But it gets worse. The Republicans who control both the Senate and the House of Representatives inexplicably agreed to treat the Iranian deal as an executive agreement instead of a treaty between two sovereign nations, which it really is. Pursuant to the Constitution, a treaty would require two-thirds of the Senate to ratify. Instead, congress agreed that this reckless deal with Iran should be regarded as an executive agreement requiring only one-third of the Senate and one-third of the House for approval. Why would Republicans ever agree to such an arrangement when they control both chambers of congress, unless, as Trump says, they are stupid? Be that as it may, why would even one-third of the members of the House and Senate agree to such an atrocious deal with Iran? It turns out there are probably enough Democrats who think loyalty to a Democratic president is more important than the safety of Americans and our ally, Israel. Needless to say, Trump thinks the Iranian deal is dangerous and sheer lunacy.
Therefore, it should come as no surprise that Main Street Americans are turned off by establishment politicians of both political parties and would welcome someone like Trump who thinks most of our elected officials are incompetent and beholden to the special interests who fund their campaigns. He says they are all show and no go. And it appears a large portion of the electorate feel the same way. As a result, Americans have given Trump wide latitude when he says things in a manner that is at odds with political correctness. If fact, people don’t seem to give a damn about such niceties. No one has ever seen a candidate like Trump. There is no analogue from the past and there may never be anyone like him again in the future. He is a singular sensation.
Trump points out another glaring Obama failure. The national debt is currently over 18 trillion dollars and growing exponentially; a significant chunk of it has accumulated over Obama’s two terms in office. Trump says we are on the way to becoming Greece. Some would say we have already passed the point of no return. Others would say without fear of hyperbole that our government is trying to ruin us all financially and pulling out all the stops to do just that. We have elected officials who couldn’t manage a lemonade stand. Who can argue that our government needs to be run as a business for a change? Perhaps, the time has come for a successful businessman to take the helm and put our house back on a sound financial footing, if it’s still possible to do so. The enormous national debt is stealing our liberty.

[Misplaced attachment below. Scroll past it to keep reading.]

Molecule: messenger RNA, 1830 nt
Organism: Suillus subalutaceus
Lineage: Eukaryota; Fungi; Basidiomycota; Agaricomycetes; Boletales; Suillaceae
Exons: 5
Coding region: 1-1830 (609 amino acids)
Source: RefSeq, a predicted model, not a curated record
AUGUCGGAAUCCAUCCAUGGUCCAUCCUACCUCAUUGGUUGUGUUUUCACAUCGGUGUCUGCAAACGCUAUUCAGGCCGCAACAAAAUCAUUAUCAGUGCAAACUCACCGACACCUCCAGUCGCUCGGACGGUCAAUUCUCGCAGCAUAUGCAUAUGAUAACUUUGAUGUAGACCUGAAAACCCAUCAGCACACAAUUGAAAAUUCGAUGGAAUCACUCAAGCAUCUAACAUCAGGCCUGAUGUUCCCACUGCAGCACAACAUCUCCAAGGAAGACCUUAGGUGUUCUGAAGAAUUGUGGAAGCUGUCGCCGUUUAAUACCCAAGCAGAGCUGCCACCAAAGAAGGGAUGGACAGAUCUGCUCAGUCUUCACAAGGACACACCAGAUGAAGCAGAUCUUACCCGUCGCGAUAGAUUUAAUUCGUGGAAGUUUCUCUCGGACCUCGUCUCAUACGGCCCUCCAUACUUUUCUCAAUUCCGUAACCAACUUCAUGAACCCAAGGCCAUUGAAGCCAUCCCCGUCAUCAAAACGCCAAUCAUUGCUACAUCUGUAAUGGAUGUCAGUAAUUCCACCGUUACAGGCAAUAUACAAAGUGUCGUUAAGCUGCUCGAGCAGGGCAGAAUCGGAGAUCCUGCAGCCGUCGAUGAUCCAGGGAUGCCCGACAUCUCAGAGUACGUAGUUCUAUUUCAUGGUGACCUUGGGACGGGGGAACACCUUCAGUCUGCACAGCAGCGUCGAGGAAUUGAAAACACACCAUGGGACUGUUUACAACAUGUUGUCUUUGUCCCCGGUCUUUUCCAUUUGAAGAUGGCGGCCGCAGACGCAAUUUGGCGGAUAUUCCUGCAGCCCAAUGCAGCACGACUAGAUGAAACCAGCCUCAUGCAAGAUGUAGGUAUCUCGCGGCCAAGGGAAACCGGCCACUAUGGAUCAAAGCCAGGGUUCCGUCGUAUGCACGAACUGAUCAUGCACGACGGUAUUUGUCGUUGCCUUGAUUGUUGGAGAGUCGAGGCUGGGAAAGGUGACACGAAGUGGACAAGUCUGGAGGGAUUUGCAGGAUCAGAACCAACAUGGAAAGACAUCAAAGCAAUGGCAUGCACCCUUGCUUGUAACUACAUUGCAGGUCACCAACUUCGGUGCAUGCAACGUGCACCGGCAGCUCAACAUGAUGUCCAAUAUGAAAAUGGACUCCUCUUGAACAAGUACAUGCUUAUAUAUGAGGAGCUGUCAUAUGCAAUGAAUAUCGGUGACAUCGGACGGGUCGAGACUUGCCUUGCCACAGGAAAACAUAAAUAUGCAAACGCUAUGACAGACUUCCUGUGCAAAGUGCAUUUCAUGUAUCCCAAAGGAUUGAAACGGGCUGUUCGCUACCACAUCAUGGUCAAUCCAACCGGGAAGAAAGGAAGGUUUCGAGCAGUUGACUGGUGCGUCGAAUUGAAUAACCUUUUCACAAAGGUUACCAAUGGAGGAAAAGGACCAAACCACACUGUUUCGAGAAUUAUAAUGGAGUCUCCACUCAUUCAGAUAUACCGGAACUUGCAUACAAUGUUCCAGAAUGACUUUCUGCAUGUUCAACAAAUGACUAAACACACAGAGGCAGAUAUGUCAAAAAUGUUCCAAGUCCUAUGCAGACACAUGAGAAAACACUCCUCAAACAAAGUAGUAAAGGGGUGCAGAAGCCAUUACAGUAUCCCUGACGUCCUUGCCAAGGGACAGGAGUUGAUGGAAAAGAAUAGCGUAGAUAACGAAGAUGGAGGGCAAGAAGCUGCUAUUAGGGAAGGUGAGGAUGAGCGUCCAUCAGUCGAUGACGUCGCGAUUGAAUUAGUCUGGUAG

Trump is fearless and is quick to counter his critics. In his book, Trumps writes “if you’re fighting for something you believe in — even if it means alienating some people along the way — things usually work out for the best in the end.” People want a street fighter who will get things done and they believe Trump is their man. They are put off by politicians who try to spin bullshit into cotton candy.
Republican Party leaders are hoping Trump self-destructs. In fact, they thought he was toast several times already, only to find him climb higher in the polls. Establishment Republicans don’t know whether to scratch their watch or check their ass at this point. To add to their considerable angst, Trump refuses to say he will endorse whomever the Republican Party nominates for president. They fail to realize that Trump is being true to the art he perfected in his business practice; i.e., that one should always maintain leverage when negotiating. Again, quoting from The Art of the Deal, “In the end, you’re measured not by how much you undertake but by what you finally accomplish.” The Republican establishment got run over by Trump’s stretch limousine. They just don’t want to admit it.
The Democratic Party is sorely mistaken if it thinks it will benefit from a Trump nomination. Their party has its own problems, including the ongoing and escalating scandals with their nominee-in-waiting, Hillary Clinton, who is constantly besieged with questions about her private email server, her handling of the deadly assault on our embassy in Benghazi, and accusations about favorable governmental treatment she extended to donors to the Clintons and their Foundation. Even if these scandals didn’t exist, Clinton would find a formidable adversary in Mr. Trump, considering his appeal as a non-politician. Hillary is the epitome of a scripted career politician — just the kind Americans have had enough of. If Trump turns out to be the Republican presidential nominee, Democrats may get what they wish for, but it might turn out very badly for them.
At the end of the day, independent voters, who represent roughly 40% of the electorate, will decide the outcome of the general election. If public sentiment has strongly turned against establishment politicians, who over-sell and under-deliver, then independents could wind up supporting a quintessential outsider, who regards politicians with the same disdain that they do.
Love him or hate him, one thing is certain. Politics will never be the same after Trump. You can’t make this stuff up. Since politicians can’t be trusted to do what they say. Americans might conclude there isn’t much downside risk in electing someone other than a professional politician. At the very least, Donald Trump is sure to entertain us along the way and, who knows, he might even accomplish his goal of making America great again.